Various strategies have been employed to curb intolerances, sensitivities, and even many allergies.
Providing the digestive enzyme the body is missing can help ease intolerances, says naturopathic doctor Sara Jean Barrett, ND, a holistic and functional-medicine practitioner in Minneapolis. Two over-the-counter options are Lactaid, which offers the lactase enzyme to break down lactose in dairy products; and Beano (alpha-galactosidase), an enzyme that digests galactose, a simple sugar found in beans, broccoli, cruciferous vegetables, and some grains.
“Sometimes we can figure out why someone isn’t making an enzyme and work on that too,” she adds.
Many sensitivities can be healed over time.
Many sensitivities can be healed over time. “If you can avoid the food long enough and do enough gut healing, you can slowly reintroduce the food and not have the same immune reaction,” Barrett explains.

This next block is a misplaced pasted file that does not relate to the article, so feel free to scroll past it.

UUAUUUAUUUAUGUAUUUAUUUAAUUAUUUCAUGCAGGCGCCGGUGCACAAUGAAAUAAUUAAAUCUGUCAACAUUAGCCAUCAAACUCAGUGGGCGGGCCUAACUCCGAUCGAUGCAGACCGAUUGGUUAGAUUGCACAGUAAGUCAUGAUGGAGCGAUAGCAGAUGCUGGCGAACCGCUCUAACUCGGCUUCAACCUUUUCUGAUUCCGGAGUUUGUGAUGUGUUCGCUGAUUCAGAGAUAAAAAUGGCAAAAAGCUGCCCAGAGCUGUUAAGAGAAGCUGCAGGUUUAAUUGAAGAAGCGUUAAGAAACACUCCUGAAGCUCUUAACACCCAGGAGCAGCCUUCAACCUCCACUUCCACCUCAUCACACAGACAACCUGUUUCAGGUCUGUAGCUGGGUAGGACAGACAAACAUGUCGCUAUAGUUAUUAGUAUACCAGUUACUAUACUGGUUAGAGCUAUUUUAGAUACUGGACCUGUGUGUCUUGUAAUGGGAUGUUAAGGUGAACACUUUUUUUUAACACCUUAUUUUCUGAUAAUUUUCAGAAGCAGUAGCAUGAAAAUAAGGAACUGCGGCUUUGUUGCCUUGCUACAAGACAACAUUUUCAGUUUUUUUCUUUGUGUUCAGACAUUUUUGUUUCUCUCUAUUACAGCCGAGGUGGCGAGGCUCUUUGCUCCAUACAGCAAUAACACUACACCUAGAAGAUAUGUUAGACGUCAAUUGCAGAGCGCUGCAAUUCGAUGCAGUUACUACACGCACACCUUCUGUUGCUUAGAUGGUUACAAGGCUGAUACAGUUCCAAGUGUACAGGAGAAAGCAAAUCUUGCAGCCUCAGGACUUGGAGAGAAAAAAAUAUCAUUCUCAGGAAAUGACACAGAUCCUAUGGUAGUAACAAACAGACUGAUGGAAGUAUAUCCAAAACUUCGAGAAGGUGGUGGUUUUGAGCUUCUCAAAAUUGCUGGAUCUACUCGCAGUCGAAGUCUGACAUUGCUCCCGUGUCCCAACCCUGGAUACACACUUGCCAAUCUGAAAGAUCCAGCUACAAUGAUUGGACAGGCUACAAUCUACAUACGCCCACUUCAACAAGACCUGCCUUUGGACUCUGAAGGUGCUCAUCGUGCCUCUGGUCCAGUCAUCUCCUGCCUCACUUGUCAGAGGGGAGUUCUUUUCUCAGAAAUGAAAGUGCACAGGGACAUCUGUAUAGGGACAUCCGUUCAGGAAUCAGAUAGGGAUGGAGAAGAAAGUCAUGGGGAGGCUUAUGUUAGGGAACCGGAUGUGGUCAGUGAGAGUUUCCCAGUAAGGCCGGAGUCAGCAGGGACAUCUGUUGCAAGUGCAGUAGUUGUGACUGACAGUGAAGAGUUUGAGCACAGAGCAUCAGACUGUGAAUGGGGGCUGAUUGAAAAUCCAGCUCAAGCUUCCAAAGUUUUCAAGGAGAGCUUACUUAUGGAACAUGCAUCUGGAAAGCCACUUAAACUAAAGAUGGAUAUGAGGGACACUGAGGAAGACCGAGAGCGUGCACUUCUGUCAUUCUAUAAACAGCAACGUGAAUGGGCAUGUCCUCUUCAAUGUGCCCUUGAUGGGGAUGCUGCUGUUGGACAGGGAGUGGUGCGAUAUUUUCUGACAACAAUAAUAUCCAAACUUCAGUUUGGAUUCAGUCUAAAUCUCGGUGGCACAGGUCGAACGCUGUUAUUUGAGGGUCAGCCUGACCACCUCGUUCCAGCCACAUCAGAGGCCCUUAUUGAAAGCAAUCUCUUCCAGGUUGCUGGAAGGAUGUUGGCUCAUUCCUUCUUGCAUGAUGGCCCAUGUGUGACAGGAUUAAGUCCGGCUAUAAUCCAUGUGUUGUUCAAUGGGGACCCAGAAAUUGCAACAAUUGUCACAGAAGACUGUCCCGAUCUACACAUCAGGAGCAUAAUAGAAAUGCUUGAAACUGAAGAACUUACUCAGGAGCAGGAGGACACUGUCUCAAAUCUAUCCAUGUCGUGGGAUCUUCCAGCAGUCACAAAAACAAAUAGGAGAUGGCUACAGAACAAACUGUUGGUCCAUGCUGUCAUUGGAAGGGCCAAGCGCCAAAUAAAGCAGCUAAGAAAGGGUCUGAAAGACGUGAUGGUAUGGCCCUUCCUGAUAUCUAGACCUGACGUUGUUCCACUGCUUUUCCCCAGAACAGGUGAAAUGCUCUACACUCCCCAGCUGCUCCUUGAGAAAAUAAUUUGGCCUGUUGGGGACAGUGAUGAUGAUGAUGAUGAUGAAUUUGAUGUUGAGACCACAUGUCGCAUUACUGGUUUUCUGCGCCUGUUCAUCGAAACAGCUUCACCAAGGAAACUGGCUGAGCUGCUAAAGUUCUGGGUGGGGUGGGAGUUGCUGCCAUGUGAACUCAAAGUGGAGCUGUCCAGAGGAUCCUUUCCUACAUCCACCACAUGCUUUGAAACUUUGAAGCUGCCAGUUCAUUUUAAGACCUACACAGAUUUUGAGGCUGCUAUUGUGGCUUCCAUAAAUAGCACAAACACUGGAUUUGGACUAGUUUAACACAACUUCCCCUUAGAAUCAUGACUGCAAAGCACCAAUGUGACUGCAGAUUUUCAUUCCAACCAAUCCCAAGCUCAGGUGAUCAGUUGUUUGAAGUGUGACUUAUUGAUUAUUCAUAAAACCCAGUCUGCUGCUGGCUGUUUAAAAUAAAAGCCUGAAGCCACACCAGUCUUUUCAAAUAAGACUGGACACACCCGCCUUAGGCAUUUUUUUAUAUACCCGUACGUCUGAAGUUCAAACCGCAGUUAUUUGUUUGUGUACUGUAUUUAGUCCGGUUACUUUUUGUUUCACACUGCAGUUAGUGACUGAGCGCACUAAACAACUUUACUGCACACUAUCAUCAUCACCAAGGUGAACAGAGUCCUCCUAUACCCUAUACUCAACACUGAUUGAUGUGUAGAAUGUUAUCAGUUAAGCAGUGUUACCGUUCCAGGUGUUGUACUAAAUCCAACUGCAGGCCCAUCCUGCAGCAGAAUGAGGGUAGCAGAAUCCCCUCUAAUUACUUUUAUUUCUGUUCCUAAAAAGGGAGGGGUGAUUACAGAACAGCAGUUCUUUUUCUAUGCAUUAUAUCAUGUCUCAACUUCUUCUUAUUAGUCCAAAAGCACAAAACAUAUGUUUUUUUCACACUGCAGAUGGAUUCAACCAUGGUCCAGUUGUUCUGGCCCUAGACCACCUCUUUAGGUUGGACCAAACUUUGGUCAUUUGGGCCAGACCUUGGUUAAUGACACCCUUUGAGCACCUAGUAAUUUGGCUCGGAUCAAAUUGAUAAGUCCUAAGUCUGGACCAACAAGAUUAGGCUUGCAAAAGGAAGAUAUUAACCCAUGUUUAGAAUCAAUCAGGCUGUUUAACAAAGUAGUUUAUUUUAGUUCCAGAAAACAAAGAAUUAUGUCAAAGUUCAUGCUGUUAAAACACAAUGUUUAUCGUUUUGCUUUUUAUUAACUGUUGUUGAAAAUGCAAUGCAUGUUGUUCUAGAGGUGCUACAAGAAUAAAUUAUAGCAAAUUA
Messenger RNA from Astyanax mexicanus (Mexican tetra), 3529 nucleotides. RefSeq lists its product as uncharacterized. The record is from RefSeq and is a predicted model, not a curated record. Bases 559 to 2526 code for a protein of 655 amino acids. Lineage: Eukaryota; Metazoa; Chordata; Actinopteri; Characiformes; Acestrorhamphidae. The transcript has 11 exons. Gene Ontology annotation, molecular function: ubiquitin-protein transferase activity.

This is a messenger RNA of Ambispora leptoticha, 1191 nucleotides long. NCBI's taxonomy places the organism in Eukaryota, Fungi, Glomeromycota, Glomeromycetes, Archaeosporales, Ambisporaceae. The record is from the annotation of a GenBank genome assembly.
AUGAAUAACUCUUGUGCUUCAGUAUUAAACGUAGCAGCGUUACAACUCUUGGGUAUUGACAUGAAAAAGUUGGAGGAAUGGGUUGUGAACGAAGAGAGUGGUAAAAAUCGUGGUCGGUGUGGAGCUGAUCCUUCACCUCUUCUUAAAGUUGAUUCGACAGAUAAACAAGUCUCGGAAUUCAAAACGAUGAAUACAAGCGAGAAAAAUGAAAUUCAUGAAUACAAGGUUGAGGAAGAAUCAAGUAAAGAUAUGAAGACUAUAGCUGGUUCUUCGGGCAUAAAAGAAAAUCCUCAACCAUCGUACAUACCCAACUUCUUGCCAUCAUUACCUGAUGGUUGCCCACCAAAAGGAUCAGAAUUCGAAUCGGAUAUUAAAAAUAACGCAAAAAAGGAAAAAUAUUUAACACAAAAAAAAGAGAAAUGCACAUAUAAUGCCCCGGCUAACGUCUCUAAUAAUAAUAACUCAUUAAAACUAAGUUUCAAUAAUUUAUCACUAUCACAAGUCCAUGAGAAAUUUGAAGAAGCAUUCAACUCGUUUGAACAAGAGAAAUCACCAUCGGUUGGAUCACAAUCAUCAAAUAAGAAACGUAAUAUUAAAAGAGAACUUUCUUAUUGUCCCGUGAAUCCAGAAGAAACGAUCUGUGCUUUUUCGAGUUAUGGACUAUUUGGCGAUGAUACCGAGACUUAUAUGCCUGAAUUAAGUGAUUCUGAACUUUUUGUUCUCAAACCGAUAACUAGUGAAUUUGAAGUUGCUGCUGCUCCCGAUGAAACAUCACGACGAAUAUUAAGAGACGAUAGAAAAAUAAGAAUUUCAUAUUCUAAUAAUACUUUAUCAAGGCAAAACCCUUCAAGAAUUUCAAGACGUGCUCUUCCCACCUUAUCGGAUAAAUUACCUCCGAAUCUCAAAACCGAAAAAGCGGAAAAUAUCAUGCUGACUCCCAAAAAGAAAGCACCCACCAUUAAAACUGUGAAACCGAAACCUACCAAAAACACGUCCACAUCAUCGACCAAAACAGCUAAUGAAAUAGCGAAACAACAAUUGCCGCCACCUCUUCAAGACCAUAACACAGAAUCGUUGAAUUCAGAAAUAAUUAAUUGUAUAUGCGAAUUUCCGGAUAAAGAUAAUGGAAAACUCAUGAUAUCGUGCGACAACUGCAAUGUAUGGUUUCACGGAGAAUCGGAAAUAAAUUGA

Healing a leaky gut can have a profound effect on improving symptoms such as migraines or IBS. “Then over time, people can often reintroduce foods in moderation or in rotation,” says naturopath Dan Lukaczer, ND, director of medical education at the Institute for Functional Medicine.
Not all food allergies can be resolved — and when anaphylaxis is a potential, it often feels too risky to experiment. But Gupta notes that we now have the first FDA-approved oral immunotherapy (OIT) for peanut allergies in children. OIT trials for other foods are showing promise, and clinical trials are under way for epicutaneous and sublingual immunotherapy options for food allergies.
Additionally, researchers are studying biologics as combination and standalone therapy. (Make sure to discuss treatment options with your allergist.)
That’s hopeful news for people struggling with life-threatening allergies, for whom the worry of accidentally eating the problem food is ever-present.
This was excerpted from “Making Sense of Food Allergies” which was published in the May 2022 issue of Experience Life magazine.